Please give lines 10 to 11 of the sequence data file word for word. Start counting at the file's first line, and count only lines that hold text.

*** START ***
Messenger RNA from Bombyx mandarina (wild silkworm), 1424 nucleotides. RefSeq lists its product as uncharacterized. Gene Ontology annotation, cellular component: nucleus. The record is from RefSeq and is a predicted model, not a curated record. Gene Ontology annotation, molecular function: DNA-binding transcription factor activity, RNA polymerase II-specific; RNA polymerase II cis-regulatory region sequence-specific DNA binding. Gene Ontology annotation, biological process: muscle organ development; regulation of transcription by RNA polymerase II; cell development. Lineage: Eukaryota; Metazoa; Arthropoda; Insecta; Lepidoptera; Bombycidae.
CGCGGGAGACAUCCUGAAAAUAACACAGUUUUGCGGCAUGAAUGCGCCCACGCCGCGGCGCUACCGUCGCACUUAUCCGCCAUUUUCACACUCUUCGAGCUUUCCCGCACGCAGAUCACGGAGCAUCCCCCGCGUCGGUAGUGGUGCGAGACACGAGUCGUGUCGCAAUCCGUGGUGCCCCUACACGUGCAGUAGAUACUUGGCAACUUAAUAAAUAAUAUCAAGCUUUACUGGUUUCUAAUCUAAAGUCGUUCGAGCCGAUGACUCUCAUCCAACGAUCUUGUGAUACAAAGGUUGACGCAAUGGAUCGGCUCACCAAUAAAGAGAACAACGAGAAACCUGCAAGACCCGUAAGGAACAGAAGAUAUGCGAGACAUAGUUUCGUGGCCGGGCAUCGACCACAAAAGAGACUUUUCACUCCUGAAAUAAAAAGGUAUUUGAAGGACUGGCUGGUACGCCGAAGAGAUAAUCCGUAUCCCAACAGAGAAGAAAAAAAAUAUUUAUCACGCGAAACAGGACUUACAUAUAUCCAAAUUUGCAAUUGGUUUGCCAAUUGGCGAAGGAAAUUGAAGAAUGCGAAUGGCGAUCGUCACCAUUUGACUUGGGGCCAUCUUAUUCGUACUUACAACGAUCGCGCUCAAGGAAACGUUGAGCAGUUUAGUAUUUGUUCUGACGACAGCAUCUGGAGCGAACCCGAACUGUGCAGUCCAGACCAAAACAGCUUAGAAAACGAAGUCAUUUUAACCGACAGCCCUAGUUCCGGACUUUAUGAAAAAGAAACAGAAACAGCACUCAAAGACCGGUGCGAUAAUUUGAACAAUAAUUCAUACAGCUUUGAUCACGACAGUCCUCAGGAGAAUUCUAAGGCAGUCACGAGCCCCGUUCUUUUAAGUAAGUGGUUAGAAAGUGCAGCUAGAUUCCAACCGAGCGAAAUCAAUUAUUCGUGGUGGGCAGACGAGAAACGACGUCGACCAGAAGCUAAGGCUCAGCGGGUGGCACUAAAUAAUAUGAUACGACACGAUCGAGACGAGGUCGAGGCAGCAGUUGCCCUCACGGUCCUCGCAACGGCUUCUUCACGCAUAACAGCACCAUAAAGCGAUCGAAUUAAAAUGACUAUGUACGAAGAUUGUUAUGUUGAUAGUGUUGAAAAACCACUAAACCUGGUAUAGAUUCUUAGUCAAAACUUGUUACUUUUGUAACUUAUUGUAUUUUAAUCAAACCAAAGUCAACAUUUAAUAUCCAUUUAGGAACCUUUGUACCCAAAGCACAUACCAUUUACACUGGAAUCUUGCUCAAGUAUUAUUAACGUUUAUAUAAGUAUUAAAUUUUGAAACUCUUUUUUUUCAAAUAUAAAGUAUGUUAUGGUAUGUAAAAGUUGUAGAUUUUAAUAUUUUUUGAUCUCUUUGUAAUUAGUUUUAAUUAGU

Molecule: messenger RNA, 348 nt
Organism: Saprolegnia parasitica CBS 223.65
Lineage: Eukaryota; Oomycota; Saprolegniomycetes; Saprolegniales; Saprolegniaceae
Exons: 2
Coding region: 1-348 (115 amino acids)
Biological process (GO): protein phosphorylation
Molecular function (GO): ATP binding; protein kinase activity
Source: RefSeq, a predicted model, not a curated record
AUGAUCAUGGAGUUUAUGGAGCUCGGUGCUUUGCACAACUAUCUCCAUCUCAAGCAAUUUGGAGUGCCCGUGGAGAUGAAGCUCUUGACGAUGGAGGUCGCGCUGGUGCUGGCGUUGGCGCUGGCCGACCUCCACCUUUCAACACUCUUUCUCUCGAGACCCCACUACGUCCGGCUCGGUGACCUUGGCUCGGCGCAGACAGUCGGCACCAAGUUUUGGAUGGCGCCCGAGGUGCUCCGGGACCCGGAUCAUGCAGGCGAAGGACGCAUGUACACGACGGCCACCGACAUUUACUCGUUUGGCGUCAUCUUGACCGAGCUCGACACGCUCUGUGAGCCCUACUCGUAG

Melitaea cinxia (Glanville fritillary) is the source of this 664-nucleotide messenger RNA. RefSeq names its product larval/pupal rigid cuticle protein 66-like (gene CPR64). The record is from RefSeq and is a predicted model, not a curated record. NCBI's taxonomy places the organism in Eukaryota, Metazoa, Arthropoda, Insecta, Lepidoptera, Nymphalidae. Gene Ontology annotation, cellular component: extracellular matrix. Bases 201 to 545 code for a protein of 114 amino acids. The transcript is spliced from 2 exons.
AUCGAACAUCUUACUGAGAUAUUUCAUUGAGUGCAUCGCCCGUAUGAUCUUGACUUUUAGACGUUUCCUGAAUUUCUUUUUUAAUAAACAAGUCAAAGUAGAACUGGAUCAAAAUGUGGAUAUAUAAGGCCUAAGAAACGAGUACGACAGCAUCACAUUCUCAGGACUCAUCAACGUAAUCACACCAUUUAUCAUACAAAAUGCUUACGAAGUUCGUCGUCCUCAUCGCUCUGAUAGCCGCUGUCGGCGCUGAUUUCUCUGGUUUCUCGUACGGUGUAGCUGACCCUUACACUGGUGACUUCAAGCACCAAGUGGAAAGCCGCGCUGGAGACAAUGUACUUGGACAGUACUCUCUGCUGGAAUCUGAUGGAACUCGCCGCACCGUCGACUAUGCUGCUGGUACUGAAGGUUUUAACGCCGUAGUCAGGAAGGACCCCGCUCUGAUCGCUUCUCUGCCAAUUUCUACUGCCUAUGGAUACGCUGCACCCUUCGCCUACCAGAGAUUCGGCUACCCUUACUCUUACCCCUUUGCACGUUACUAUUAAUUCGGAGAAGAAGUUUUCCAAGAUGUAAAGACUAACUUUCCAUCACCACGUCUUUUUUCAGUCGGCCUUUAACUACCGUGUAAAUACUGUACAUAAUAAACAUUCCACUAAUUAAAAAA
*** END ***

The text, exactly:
Source: RefSeq, a predicted model, not a curated record
AUGAUCAUGGAGUUUAUGGAGCUCGGUGCUUUGCACAACUAUCUCCAUCUCAAGCAAUUUGGAGUGCCCGUGGAGAUGAAGCUCUUGACGAUGGAGGUCGCGCUGGUGCUGGCGUUGGCGCUGGCCGACCUCCACCUUUCAACACUCUUUCUCUCGAGACCCCACUACGUCCGGCUCGGUGACCUUGGCUCGGCGCAGACAGUCGGCACCAAGUUUUGGAUGGCGCCCGAGGUGCUCCGGGACCCGGAUCAUGCAGGCGAAGGACGCAUGUACACGACGGCCACCGACAUUUACUCGUUUGGCGUCAUCUUGACCGAGCUCGACACGCUCUGUGAGCCCUACUCGUAG